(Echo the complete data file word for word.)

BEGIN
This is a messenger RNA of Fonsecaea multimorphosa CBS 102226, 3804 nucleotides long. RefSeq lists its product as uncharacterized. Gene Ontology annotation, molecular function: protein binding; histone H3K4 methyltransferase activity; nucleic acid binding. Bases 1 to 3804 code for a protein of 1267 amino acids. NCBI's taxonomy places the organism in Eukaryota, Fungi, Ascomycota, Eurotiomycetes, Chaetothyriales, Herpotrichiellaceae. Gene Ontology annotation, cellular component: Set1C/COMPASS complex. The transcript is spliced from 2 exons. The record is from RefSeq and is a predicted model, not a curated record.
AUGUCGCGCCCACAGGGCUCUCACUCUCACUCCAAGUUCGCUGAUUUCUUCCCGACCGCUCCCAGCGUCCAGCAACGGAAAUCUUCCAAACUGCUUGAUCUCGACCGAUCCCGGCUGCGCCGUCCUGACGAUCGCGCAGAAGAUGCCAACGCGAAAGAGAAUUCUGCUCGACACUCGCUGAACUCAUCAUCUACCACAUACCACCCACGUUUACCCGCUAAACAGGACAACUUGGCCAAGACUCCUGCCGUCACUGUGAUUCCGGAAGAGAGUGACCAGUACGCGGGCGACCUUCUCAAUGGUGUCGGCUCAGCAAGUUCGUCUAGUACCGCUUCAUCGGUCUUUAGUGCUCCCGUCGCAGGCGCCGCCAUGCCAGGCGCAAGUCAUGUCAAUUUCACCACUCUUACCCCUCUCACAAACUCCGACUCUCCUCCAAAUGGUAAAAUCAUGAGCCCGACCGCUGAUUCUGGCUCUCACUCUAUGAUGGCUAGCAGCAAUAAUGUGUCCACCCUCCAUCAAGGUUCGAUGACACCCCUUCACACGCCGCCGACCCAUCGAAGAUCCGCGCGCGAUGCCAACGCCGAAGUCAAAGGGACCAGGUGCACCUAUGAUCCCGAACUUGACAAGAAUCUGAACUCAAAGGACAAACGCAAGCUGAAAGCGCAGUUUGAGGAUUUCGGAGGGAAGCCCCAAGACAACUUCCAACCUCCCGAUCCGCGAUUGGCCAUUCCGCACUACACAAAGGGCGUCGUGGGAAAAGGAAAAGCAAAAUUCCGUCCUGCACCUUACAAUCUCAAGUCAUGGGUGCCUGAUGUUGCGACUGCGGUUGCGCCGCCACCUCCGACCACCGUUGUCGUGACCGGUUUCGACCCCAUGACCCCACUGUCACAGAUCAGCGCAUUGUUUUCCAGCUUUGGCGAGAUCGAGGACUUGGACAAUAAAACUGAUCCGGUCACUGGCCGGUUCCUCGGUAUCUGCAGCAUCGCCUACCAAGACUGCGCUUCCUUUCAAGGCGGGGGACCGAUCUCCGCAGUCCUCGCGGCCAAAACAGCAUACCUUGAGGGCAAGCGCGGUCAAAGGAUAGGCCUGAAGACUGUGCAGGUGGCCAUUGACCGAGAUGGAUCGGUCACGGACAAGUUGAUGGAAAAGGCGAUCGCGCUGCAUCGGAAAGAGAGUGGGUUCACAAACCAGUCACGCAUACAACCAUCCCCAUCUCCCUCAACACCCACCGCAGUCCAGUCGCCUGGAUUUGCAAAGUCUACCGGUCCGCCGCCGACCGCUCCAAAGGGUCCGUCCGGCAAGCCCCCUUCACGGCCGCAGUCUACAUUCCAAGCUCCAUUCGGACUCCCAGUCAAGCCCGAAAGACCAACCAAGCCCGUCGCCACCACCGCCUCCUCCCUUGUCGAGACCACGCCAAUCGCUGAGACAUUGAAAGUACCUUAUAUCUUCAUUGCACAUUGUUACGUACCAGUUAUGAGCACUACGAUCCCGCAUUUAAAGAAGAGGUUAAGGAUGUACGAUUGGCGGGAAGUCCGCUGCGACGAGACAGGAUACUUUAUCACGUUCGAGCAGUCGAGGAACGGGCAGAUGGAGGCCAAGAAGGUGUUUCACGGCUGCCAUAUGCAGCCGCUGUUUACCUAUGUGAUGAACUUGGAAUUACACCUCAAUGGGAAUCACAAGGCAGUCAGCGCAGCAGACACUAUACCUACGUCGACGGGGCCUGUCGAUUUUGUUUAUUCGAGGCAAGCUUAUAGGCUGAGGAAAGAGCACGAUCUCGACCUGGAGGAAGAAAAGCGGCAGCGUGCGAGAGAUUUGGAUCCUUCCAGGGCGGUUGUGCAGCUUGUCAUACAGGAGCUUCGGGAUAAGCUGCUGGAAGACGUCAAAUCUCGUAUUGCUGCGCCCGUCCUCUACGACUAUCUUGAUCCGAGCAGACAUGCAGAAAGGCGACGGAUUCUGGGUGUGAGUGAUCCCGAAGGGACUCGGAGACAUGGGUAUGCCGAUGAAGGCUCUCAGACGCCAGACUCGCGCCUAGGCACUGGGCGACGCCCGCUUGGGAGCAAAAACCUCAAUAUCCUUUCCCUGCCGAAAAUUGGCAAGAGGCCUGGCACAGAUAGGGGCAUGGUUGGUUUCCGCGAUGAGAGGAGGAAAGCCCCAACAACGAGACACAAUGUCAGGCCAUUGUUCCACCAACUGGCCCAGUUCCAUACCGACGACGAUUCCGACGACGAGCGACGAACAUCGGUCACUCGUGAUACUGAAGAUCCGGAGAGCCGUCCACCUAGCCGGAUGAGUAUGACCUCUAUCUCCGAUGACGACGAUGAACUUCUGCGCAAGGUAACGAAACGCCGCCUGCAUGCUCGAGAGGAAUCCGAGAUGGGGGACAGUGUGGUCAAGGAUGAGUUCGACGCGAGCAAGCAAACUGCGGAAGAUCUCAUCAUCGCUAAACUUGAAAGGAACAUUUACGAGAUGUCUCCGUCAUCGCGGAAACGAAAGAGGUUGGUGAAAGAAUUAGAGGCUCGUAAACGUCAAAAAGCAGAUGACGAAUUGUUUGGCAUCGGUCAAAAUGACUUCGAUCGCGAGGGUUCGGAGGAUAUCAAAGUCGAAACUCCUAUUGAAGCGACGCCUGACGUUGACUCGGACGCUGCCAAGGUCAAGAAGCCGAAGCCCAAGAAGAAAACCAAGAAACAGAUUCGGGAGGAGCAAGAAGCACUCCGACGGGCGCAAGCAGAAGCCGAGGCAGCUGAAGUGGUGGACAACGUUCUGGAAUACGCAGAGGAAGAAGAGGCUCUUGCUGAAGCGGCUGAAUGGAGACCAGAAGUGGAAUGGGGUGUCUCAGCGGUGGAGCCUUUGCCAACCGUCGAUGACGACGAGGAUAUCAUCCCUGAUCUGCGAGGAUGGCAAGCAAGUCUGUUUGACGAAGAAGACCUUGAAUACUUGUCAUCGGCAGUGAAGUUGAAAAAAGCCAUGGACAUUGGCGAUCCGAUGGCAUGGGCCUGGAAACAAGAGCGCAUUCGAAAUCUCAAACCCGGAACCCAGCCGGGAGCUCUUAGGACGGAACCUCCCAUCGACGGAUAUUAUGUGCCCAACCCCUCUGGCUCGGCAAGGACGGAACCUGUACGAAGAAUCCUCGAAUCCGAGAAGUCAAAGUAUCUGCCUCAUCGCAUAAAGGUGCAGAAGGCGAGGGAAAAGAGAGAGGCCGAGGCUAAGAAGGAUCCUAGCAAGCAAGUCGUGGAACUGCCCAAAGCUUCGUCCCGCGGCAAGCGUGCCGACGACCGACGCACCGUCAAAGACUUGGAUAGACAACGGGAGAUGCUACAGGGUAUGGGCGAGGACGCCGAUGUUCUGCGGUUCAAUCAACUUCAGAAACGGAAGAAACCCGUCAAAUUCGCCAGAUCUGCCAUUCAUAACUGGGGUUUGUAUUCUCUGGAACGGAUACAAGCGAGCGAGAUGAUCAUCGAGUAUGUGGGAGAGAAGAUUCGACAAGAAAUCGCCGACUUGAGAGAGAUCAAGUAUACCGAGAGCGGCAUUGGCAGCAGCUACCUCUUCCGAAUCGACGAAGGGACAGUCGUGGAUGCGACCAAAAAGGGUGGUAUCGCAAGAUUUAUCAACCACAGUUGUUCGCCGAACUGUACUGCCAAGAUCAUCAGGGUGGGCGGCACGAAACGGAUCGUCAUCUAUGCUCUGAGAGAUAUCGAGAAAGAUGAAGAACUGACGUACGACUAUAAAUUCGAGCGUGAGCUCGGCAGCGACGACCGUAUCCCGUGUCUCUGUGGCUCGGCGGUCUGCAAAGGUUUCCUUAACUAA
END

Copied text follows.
This is a messenger RNA of Fonsecaea multimorphosa CBS 102226, 3804 nucleotides long. RefSeq lists its product as uncharacterized. Gene Ontology annotation, molecular function: protein binding; histone H3K4 methyltransferase activity; nucleic acid binding. Bases 1 to 3804 code for a protein of 1267 amino acids. NCBI's taxonomy places the organism in Eukaryota, Fungi, Ascomycota, Eurotiomycetes, Chaetothyriales, Herpotrichiellaceae. Gene Ontology annotation, cellular component: Set1C/COMPASS complex. The transcript is spliced from 2 exons. The record is from RefSeq and is a predicted model, not a curated record.
AUGUCGCGCCCACAGGGCUCUCACUCUCACUCCAAGUUCGCUGAUUUCUUCCCGACCGCUCCCAGCGUCCAGCAACGGAAAUCUUCCAAACUGCUUGAUCUCGACCGAUCCCGGCUGCGCCGUCCUGACGAUCGCGCAGAAGAUGCCAACGCGAAAGAGAAUUCUGCUCGACACUCGCUGAACUCAUCAUCUACCACAUACCACCCACGUUUACCCGCUAAACAGGACAACUUGGCCAAGACUCCUGCCGUCACUGUGAUUCCGGAAGAGAGUGACCAGUACGCGGGCGACCUUCUCAAUGGUGUCGGCUCAGCAAGUUCGUCUAGUACCGCUUCAUCGGUCUUUAGUGCUCCCGUCGCAGGCGCCGCCAUGCCAGGCGCAAGUCAUGUCAAUUUCACCACUCUUACCCCUCUCACAAACUCCGACUCUCCUCCAAAUGGUAAAAUCAUGAGCCCGACCGCUGAUUCUGGCUCUCACUCUAUGAUGGCUAGCAGCAAUAAUGUGUCCACCCUCCAUCAAGGUUCGAUGACACCCCUUCACACGCCGCCGACCCAUCGAAGAUCCGCGCGCGAUGCCAACGCCGAAGUCAAAGGGACCAGGUGCACCUAUGAUCCCGAACUUGACAAGAAUCUGAACUCAAAGGACAAACGCAAGCUGAAAGCGCAGUUUGAGGAUUUCGGAGGGAAGCCCCAAGACAACUUCCAACCUCCCGAUCCGCGAUUGGCCAUUCCGCACUACACAAAGGGCGUCGUGGGAAAAGGAAAAGCAAAAUUCCGUCCUGCACCUUACAAUCUCAAGUCAUGGGUGCCUGAUGUUGCGACUGCGGUUGCGCCGCCACCUCCGACCACCGUUGUCGUGACCGGUUUCGACCCCAUGACCCCACUGUCACAGAUCAGCGCAUUGUUUUCCAGCUUUGGCGAGAUCGAGGACUUGGACAAUAAAACUGAUCCGGUCACUGGCCGGUUCCUCGGUAUCUGCAGCAUCGCCUACCAAGACUGCGCUUCCUUUCAAGGCGGGGGACCGAUCUCCGCAGUCCUCGCGGCCAAAACAGCAUACCUUGAGGGCAAGCGCGGUCAAAGGAUAGGCCUGAAGACUGUGCAGGUGGCCAUUGACCGAGAUGGAUCGGUCACGGACAAGUUGAUGGAAAAGGCGAUCGCGCUGCAUCGGAAAGAGAGUGGGUUCACAAACCAGUCACGCAUACAACCAUCCCCAUCUCCCUCAACACCCACCGCAGUCCAGUCGCCUGGAUUUGCAAAGUCUACCGGUCCGCCGCCGACCGCUCCAAAGGGUCCGUCCGGCAAGCCCCCUUCACGGCCGCAGUCUACAUUCCAAGCUCCAUUCGGACUCCCAGUCAAGCCCGAAAGACCAACCAAGCCCGUCGCCACCACCGCCUCCUCCCUUGUCGAGACCACGCCAAUCGCUGAGACAUUGAAAGUACCUUAUAUCUUCAUUGCACAUUGUUACGUACCAGUUAUGAGCACUACGAUCCCGCAUUUAAAGAAGAGGUUAAGGAUGUACGAUUGGCGGGAAGUCCGCUGCGACGAGACAGGAUACUUUAUCACGUUCGAGCAGUCGAGGAACGGGCAGAUGGAGGCCAAGAAGGUGUUUCACGGCUGCCAUAUGCAGCCGCUGUUUACCUAUGUGAUGAACUUGGAAUUACACCUCAAUGGGAAUCACAAGGCAGUCAGCGCAGCAGACACUAUACCUACGUCGACGGGGCCUGUCGAUUUUGUUUAUUCGAGGCAAGCUUAUAGGCUGAGGAAAGAGCACGAUCUCGACCUGGAGGAAGAAAAGCGGCAGCGUGCGAGAGAUUUGGAUCCUUCCAGGGCGGUUGUGCAGCUUGUCAUACAGGAGCUUCGGGAUAAGCUGCUGGAAGACGUCAAAUCUCGUAUUGCUGCGCCCGUCCUCUACGACUAUCUUGAUCCGAGCAGACAUGCAGAAAGGCGACGGAUUCUGGGUGUGAGUGAUCCCGAAGGGACUCGGAGACAUGGGUAUGCCGAUGAAGGCUCUCAGACGCCAGACUCGCGCCUAGGCACUGGGCGACGCCCGCUUGGGAGCAAAAACCUCAAUAUCCUUUCCCUGCCGAAAAUUGGCAAGAGGCCUGGCACAGAUAGGGGCAUGGUUGGUUUCCGCGAUGAGAGGAGGAAAGCCCCAACAACGAGACACAAUGUCAGGCCAUUGUUCCACCAACUGGCCCAGUUCCAUACCGACGACGAUUCCGACGACGAGCGACGAACAUCGGUCACUCGUGAUACUGAAGAUCCGGAGAGCCGUCCACCUAGCCGGAUGAGUAUGACCUCUAUCUCCGAUGACGACGAUGAACUUCUGCGCAAGGUAACGAAACGCCGCCUGCAUGCUCGAGAGGAAUCCGAGAUGGGGGACAGUGUGGUCAAGGAUGAGUUCGACGCGAGCAAGCAAACUGCGGAAGAUCUCAUCAUCGCUAAACUUGAAAGGAACAUUUACGAGAUGUCUCCGUCAUCGCGGAAACGAAAGAGGUUGGUGAAAGAAUUAGAGGCUCGUAAACGUCAAAAAGCAGAUGACGAAUUGUUUGGCAUCGGUCAAAAUGACUUCGAUCGCGAGGGUUCGGAGGAUAUCAAAGUCGAAACUCCUAUUGAAGCGACGCCUGACGUUGACUCGGACGCUGCCAAGGUCAAGAAGCCGAAGCCCAAGAAGAAAACCAAGAAACAGAUUCGGGAGGAGCAAGAAGCACUCCGACGGGCGCAAGCAGAAGCCGAGGCAGCUGAAGUGGUGGACAACGUUCUGGAAUACGCAGAGGAAGAAGAGGCUCUUGCUGAAGCGGCUGAAUGGAGACCAGAAGUGGAAUGGGGUGUCUCAGCGGUGGAGCCUUUGCCAACCGUCGAUGACGACGAGGAUAUCAUCCCUGAUCUGCGAGGAUGGCAAGCAAGUCUGUUUGACGAAGAAGACCUUGAAUACUUGUCAUCGGCAGUGAAGUUGAAAAAAGCCAUGGACAUUGGCGAUCCGAUGGCAUGGGCCUGGAAACAAGAGCGCAUUCGAAAUCUCAAACCCGGAACCCAGCCGGGAGCUCUUAGGACGGAACCUCCCAUCGACGGAUAUUAUGUGCCCAACCCCUCUGGCUCGGCAAGGACGGAACCUGUACGAAGAAUCCUCGAAUCCGAGAAGUCAAAGUAUCUGCCUCAUCGCAUAAAGGUGCAGAAGGCGAGGGAAAAGAGAGAGGCCGAGGCUAAGAAGGAUCCUAGCAAGCAAGUCGUGGAACUGCCCAAAGCUUCGUCCCGCGGCAAGCGUGCCGACGACCGACGCACCGUCAAAGACUUGGAUAGACAACGGGAGAUGCUACAGGGUAUGGGCGAGGACGCCGAUGUUCUGCGGUUCAAUCAACUUCAGAAACGGAAGAAACCCGUCAAAUUCGCCAGAUCUGCCAUUCAUAACUGGGGUUUGUAUUCUCUGGAACGGAUACAAGCGAGCGAGAUGAUCAUCGAGUAUGUGGGAGAGAAGAUUCGACAAGAAAUCGCCGACUUGAGAGAGAUCAAGUAUACCGAGAGCGGCAUUGGCAGCAGCUACCUCUUCCGAAUCGACGAAGGGACAGUCGUGGAUGCGACCAAAAAGGGUGGUAUCGCAAGAUUUAUCAACCACAGUUGUUCGCCGAACUGUACUGCCAAGAUCAUCAGGGUGGGCGGCACGAAACGGAUCGUCAUCUAUGCUCUGAGAGAUAUCGAGAAAGAUGAAGAACUGACGUACGACUAUAAAUUCGAGCGUGAGCUCGGCAGCGACGACCGUAUCCCGUGUCUCUGUGGCUCGGCGGUCUGCAAAGGUUUCCUUAACUAA